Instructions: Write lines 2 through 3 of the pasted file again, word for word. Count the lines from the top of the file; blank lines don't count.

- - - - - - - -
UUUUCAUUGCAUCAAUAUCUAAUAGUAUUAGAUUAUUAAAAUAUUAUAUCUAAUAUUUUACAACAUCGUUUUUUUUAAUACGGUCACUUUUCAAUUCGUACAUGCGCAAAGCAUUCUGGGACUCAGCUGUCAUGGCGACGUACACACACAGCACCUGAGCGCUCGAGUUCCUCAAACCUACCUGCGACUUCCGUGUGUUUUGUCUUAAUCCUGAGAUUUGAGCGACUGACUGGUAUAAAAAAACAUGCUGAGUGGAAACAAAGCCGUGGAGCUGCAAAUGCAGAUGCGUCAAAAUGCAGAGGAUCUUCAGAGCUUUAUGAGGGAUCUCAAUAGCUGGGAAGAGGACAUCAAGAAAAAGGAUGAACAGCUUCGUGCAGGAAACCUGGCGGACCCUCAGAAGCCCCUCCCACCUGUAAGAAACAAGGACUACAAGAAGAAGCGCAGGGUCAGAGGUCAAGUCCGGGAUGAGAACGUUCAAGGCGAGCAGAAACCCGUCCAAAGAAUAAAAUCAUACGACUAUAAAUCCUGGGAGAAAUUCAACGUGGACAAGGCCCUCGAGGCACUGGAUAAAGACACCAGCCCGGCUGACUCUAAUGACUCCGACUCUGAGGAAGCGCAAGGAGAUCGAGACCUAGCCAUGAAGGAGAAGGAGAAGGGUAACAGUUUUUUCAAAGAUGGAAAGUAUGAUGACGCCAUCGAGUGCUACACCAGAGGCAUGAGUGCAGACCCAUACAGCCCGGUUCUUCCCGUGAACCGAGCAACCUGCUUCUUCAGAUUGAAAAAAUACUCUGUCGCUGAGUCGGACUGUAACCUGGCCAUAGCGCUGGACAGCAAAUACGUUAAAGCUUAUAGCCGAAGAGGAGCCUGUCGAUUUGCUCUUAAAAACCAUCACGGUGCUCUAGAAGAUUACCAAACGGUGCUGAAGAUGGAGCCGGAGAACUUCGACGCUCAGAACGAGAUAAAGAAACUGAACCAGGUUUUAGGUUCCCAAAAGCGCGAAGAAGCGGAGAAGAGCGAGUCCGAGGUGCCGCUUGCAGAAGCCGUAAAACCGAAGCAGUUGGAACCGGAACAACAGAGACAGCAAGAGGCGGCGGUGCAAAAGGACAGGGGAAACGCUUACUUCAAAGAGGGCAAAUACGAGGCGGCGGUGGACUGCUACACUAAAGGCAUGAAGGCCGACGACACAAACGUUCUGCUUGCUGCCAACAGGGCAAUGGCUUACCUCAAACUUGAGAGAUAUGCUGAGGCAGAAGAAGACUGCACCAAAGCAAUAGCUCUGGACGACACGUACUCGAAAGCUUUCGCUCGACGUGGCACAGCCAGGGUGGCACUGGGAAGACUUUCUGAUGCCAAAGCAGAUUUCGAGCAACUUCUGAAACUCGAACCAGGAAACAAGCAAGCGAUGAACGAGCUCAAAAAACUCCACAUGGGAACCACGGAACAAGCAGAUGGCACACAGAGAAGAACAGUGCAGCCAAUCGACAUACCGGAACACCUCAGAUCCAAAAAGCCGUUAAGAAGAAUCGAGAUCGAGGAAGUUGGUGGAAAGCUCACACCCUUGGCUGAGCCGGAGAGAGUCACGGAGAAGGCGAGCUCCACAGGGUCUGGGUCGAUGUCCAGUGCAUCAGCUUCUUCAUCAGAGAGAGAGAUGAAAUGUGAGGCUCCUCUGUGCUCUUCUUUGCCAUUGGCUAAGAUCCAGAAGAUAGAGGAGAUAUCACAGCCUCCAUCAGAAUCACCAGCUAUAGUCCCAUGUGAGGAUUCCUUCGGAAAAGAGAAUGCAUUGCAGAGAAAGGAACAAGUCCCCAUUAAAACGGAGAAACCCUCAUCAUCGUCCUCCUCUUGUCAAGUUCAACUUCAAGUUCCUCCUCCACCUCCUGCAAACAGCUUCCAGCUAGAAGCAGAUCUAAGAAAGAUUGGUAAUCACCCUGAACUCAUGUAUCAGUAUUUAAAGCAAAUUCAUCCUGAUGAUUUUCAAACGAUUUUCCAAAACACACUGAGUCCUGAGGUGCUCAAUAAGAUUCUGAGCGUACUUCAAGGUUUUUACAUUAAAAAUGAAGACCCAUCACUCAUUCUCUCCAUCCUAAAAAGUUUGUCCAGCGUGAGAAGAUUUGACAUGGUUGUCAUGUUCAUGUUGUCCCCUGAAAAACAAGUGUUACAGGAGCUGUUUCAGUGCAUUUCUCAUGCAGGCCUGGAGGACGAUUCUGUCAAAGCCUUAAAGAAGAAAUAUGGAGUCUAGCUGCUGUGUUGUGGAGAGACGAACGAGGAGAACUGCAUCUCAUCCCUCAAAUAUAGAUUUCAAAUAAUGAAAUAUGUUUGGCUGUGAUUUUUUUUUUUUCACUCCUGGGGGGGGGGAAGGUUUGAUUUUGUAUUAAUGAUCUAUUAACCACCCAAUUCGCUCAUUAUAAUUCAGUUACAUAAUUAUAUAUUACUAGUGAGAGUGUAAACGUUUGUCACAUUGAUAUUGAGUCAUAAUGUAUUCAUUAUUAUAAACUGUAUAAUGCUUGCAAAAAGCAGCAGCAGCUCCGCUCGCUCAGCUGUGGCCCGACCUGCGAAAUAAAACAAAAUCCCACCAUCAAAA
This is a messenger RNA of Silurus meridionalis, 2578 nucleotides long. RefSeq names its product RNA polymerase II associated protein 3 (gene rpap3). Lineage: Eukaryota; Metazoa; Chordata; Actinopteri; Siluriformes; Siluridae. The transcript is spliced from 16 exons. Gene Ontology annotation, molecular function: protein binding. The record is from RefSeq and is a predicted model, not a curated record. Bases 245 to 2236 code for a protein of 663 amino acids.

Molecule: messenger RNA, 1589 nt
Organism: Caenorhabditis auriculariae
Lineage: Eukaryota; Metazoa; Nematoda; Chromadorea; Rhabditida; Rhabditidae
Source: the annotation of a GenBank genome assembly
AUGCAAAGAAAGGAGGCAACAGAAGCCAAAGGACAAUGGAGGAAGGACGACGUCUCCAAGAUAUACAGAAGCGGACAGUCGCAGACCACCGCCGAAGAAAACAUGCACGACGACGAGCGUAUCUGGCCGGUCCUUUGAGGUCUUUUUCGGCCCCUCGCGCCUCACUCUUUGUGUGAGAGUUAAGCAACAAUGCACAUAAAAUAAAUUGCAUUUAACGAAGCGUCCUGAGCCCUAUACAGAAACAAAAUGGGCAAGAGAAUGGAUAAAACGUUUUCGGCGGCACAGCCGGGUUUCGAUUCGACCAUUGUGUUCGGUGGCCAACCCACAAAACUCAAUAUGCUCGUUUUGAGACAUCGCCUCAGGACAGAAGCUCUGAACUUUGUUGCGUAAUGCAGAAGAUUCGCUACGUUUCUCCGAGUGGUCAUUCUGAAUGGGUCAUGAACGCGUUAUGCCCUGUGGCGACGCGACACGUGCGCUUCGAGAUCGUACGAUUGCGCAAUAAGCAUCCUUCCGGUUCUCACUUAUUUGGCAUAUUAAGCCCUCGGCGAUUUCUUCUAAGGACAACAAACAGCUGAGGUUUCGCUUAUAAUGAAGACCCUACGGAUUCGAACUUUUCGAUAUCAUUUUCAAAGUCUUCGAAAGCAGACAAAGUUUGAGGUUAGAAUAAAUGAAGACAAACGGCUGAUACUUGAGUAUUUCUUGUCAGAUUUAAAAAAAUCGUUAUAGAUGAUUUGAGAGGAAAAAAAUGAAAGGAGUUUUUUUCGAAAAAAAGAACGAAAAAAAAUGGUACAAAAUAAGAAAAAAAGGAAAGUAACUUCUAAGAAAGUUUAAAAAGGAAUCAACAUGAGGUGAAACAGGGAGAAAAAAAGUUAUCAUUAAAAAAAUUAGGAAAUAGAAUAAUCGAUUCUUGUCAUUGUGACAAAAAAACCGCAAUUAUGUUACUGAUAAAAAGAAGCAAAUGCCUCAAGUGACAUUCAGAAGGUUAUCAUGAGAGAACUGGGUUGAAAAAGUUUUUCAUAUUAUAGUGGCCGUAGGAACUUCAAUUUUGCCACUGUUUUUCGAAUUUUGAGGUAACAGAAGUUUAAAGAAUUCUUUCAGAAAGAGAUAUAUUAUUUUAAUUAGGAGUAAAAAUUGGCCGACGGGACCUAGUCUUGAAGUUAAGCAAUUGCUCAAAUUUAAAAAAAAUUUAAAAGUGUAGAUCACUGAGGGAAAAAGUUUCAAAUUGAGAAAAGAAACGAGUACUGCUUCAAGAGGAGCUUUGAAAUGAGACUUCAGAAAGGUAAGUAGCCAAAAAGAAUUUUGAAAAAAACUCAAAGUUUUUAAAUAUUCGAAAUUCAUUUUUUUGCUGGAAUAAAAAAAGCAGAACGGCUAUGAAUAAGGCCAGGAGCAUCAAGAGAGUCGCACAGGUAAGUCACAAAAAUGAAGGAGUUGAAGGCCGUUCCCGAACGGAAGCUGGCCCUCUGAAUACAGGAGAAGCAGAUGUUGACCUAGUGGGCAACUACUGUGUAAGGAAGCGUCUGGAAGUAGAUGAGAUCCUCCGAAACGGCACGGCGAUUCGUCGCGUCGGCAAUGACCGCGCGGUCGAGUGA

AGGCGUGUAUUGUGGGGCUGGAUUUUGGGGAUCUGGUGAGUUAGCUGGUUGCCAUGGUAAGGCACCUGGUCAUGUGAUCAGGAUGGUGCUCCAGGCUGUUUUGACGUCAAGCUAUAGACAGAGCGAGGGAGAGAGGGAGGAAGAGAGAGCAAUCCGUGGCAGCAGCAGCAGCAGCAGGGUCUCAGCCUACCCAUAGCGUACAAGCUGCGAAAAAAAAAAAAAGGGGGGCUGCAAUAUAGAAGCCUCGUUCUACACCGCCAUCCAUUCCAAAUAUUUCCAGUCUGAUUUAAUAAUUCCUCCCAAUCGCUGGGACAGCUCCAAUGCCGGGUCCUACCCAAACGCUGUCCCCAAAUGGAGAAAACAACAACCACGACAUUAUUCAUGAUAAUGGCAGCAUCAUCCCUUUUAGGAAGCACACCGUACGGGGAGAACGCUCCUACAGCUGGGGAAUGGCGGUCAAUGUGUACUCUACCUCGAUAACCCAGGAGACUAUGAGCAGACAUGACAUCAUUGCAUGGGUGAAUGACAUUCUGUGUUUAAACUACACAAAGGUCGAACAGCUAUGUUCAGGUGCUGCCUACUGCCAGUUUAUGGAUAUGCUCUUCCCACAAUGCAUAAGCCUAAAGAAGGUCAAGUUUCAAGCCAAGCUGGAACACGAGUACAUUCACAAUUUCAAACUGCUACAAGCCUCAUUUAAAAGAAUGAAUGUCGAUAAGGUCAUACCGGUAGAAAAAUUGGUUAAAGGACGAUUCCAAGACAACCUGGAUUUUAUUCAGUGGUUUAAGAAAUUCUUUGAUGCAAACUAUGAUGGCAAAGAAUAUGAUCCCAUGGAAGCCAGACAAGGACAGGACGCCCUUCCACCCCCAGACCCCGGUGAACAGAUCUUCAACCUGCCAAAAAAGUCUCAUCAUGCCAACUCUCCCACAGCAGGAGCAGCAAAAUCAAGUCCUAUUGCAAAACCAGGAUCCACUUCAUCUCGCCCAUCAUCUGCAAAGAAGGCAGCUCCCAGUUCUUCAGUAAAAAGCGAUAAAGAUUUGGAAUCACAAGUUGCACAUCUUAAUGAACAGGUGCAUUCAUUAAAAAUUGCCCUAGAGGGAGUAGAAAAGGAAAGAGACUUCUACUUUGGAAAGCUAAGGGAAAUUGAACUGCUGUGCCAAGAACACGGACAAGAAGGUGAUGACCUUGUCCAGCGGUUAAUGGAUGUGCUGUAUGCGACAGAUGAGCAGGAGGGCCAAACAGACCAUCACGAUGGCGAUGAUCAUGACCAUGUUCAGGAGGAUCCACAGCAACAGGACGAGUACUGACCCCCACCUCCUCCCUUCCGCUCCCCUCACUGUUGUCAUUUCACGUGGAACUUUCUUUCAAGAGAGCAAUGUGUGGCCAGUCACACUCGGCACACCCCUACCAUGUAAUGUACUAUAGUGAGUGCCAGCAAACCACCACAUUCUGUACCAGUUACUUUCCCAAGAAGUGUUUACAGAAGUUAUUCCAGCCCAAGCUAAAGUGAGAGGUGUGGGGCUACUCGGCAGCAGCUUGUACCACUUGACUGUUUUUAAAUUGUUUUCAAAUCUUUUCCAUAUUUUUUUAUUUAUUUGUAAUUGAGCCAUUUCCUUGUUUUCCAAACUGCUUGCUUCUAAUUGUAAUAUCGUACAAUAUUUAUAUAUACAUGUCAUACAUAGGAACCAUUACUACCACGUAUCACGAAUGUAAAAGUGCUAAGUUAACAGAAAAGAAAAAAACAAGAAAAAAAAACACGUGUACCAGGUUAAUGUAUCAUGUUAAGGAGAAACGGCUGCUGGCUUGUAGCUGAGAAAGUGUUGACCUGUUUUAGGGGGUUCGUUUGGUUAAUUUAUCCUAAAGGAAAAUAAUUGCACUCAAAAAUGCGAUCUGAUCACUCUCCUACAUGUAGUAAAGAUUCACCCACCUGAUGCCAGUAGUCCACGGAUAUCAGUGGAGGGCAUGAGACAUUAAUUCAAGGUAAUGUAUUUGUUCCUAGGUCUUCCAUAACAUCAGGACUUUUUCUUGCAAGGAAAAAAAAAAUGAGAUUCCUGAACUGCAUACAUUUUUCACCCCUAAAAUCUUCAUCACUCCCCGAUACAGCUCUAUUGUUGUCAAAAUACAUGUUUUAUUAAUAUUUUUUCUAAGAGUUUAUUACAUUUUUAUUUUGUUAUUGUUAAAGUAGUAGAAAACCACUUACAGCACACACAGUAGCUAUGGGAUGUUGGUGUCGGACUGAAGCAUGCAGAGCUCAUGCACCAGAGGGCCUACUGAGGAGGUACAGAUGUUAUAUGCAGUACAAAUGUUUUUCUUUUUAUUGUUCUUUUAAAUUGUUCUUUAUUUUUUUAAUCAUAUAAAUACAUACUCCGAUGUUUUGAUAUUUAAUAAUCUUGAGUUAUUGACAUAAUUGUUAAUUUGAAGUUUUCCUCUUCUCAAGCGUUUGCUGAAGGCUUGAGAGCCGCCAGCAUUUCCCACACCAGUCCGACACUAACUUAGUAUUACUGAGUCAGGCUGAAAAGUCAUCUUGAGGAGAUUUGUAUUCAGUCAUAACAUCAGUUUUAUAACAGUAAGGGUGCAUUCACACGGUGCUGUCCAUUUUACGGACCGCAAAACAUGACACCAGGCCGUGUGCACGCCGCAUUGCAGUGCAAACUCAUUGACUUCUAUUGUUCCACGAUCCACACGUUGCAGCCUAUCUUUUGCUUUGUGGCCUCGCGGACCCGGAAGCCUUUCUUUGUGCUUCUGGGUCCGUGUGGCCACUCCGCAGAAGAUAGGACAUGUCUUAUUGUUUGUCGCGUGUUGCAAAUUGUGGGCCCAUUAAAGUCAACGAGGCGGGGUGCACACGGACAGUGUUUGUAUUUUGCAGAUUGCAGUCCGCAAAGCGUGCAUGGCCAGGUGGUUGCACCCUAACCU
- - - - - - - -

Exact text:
This is a messenger RNA of Silurus meridionalis, 2578 nucleotides long. RefSeq names its product RNA polymerase II associated protein 3 (gene rpap3). Lineage: Eukaryota; Metazoa; Chordata; Actinopteri; Siluriformes; Siluridae. The transcript is spliced from 16 exons. Gene Ontology annotation, molecular function: protein binding. The record is from RefSeq and is a predicted model, not a curated record. Bases 245 to 2236 code for a protein of 663 amino acids.

Molecule: messenger RNA, 1589 nt